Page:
Kaiser Cartel’s “Season Song” pops on the stereo, and suddenly I’m in preschool again, romping around the playroom in short pants, listening to kiddie songs on the school record player. Chipper whistling and handclaps fill my ears while Courtney Kaiser sings of “bumblebees and growing trees” in a voice like a warm hug.
About three minutes later, the track is over, and I’m back to jaded-twentysomething mode, sneering at this derivative piece of juvenile fluff, ready to take the critical knives to Kaiser Cartel’s March Forth. But something strange is happening: That cheesy little tune keeps popping back into my head. And — sin of sins! — it’s making me smile.
“It’s time to cheer the seasons of the year!” Hell yeah.
The duo of Kaiser (vocals, guitar) and Benjamin Cartel (vocals, drums) has succeeded in tapping into that primitive pleasure center of my brain — you know, the one that used to guide all of my music-listening habits. The higher-level regions of my mind are all in revolt, but everyone else is shouting them down: Just shut up and enjoy the music.
Okay, the rest of the album doesn’t stir up such cognitive dissonance. But Kaiser and Cartel make music so willingly unpretentious that it’s a bit of a shock to think that they’re based in Brooklyn. They know their way around a melody, which is about all that March Forth contains: simple sequences of notes meant to hold space, stir up a fleeting emotion, and then fade away.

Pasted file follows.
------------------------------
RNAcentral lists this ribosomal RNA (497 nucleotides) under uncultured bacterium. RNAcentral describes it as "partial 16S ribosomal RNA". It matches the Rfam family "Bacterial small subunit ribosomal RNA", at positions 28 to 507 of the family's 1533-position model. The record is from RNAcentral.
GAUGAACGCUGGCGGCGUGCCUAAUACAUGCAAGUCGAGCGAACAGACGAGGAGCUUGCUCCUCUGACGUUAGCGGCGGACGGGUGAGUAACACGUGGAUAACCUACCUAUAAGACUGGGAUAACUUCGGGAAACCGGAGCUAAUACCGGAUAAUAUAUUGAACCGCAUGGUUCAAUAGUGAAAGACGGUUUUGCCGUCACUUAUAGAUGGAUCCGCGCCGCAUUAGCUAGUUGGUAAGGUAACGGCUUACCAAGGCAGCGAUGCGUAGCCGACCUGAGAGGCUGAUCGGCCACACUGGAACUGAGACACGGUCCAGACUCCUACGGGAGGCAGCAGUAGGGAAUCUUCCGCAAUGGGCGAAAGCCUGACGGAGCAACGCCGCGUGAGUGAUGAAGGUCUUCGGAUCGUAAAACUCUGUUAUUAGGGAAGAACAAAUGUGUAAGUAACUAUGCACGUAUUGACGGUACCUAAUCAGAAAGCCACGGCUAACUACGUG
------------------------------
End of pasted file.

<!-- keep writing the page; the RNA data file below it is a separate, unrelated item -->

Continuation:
Outside of “Season Song,” most of the album floats by in a haze of sleepy bliss, washing over the senses without penetrating. Great for coffee shops, or lazing in bed, but not so much the stuff that gets anyone doing cartwheels. Still, it’s a fine comfort record. After the doomed harmonies of opener “Oh No” fade away, it’s all gravy, with sweet acoustic pop like “Okay” and the Lilith Fair balladry of “Good Ones” taking over. Hell, I’ve even got a soft spot for the Mellotron-laden “Dog Stars,” even though I’m pretty sure it’s a tune written in tribute to an actual puppy.
Fittingly, the album ends with the duo thanking “the toothpaste cats” as well as “you … (meaningful pause) … for listening.” Sure, this is a relatively slight effort — those in search of adventure had best look elsewhere — but for the aural equivalent of a fluffy blanket, this is your crack rock.
"Okay" video: http://www.youtube.com/watch?v=AtuTTOkjU8U